As the drug trade expands in Costa Rica, the country has experienced a significant increase in homicides in recent years, with a homicide rate of approximately 11 murders per every 100,000 people. There were 525 homicides reported in 2009, up from 435 in 2008. Costa Rica has become a popular location for the warehousing and transport of cocaine destined for the United States. The number of large shipments (between 500 and 1,000 kilograms) of cocaine passing through the country has increased by an estimated 400 percent between 2008 and 2009, withthe majority of narcotics entering the country through maritime routes. Costa Rican authorities seized 20.6 tons of cocaine in 2009.Costa Rica received $5.3 million in counter-narcotics funding from the United States as part of the Merida Initiative that was introduced in June 2009 to combat drug trafficking and money laundering.
At least 500,000 Nicaraguan immigrants live in the country illegally, and a 2006 law permits security forces to raid any home, business, or vehicle where they suspect the presence of undocumented immigrants, who can be detained indefinitely. There have been reports of abuse and extortion of migrants by the Border Guard. Costa Rica reformed its migration law in 2009, implementing fines for employers who hire illegal immigrants and creating stricter controls over marriages between Costa Ricans and foreigners in an effort to prevent “marriages of convenience.”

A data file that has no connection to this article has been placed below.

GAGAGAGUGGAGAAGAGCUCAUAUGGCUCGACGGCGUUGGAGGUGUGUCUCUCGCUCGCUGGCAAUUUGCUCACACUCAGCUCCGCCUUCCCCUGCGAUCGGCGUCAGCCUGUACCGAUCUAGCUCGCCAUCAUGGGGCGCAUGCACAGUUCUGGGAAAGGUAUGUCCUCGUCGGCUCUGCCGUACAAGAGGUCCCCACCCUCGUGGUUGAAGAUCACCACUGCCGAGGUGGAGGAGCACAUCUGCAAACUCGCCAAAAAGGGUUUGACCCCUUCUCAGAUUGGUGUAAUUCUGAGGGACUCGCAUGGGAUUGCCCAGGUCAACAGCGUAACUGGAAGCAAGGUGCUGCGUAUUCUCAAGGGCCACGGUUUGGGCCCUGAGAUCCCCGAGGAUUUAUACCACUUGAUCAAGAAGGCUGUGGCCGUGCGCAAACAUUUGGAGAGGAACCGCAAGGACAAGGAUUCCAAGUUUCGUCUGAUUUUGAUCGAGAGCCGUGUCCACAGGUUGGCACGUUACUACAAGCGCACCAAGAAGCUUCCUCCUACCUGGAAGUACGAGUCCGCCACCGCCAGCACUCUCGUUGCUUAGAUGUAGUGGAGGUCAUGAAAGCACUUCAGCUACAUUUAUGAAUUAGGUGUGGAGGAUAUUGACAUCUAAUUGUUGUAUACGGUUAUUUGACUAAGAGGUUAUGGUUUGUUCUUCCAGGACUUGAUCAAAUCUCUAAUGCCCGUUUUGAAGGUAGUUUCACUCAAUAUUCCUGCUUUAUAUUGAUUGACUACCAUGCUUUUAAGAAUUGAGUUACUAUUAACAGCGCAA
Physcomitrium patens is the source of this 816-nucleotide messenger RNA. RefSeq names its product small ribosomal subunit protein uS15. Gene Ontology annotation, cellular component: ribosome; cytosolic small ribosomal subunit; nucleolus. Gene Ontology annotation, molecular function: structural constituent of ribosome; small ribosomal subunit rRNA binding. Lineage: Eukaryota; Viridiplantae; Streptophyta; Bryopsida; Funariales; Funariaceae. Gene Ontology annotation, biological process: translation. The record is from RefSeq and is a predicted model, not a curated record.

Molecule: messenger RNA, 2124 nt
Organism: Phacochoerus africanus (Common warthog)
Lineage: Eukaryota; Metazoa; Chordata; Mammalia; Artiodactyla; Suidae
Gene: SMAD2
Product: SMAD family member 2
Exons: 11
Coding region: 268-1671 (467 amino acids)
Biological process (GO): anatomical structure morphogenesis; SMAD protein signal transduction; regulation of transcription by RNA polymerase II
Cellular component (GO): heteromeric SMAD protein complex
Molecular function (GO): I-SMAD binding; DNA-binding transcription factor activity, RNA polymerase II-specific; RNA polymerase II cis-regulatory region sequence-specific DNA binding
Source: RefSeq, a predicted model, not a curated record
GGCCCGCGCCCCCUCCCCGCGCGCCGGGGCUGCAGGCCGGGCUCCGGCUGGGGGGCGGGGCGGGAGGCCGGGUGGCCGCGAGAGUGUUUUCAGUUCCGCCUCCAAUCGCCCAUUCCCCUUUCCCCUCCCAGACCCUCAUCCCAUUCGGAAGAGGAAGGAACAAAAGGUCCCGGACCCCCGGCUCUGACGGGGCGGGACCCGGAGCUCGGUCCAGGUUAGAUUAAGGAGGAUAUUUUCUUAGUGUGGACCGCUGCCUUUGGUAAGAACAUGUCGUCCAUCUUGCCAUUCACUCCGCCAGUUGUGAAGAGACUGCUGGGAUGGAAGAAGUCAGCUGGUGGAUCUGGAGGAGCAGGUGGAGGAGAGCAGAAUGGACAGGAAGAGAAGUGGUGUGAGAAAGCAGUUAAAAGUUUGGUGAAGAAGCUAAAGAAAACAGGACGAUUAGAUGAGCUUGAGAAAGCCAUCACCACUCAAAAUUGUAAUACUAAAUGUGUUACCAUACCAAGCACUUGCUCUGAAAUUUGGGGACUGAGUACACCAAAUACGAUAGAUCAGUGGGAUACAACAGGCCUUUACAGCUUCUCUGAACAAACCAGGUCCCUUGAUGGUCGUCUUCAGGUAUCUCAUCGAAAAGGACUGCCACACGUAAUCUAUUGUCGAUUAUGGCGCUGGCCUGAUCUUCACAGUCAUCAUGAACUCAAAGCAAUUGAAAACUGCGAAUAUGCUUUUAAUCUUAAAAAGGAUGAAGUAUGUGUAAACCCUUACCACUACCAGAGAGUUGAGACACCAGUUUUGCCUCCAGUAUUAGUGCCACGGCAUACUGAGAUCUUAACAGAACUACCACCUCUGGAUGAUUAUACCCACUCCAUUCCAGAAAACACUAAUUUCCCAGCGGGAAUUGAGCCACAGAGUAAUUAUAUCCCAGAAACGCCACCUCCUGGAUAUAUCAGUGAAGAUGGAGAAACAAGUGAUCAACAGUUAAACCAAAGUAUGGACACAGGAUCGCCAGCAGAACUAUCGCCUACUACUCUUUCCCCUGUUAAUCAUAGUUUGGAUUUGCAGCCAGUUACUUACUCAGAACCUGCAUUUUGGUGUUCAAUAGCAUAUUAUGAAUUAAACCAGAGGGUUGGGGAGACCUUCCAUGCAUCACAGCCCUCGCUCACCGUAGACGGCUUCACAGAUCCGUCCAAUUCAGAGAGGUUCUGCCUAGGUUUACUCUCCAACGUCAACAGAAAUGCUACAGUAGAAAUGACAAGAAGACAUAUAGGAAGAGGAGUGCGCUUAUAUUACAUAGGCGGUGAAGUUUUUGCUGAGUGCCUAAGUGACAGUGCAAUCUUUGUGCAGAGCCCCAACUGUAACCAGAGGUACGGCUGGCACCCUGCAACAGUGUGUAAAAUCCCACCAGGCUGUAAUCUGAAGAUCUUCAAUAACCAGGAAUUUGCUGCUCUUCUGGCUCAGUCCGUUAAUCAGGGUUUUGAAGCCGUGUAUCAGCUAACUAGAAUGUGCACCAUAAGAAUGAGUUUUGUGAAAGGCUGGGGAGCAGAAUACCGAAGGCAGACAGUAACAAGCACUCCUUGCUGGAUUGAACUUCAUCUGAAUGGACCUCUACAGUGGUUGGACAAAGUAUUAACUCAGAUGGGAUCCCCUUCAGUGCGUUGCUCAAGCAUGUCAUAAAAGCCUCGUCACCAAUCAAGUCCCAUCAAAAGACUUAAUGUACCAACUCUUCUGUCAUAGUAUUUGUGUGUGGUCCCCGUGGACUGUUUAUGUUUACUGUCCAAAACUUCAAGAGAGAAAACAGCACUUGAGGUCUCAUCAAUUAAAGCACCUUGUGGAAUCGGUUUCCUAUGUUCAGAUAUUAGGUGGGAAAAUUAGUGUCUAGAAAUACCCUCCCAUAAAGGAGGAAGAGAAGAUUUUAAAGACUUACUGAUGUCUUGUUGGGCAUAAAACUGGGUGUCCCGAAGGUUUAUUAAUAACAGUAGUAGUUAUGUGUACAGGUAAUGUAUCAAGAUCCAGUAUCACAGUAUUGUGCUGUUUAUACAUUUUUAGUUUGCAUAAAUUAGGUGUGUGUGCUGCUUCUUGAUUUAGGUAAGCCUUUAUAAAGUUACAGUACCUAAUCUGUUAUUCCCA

Indigenous rights are not a government priority, and NGOs estimate that about 73 percent of the country’s 70,000 indigenous people have little access to health and education services, electricity, or potable water. According to UNICEF, only 21 percent of indigenous youth have more than a primary-school education. Costa Ricans of African descent have also faced racial and economic discrimination.
Women still face discrimination in the economic realm, and only about a third of the economically active population is female. Most female employment is in the informal sector, where women on average earn 50 percent less than men. There are 22 women in the Legislative Assembly. Domestic workers have long been subject to exploitation; they lack legal protection, have the lowest minimum wage of all wage categories, and are excluded from social security programs.
Violence against women and children is a major problem. The number of female homicides in Costa Rica more than doubled in the past two years, with 16 reported in 2007 and 39 reported in 2009. An increasing number of sex tourists visit Costa Rica, and approximately 3,500 children were victims of sexual exploitation in 2007. Costa Rica has failed to enforce anti-trafficking legislation and remains a transit and destination country for trafficked persons. However, reforms to the migration law in 2009 increased jail sentences for human traffickers.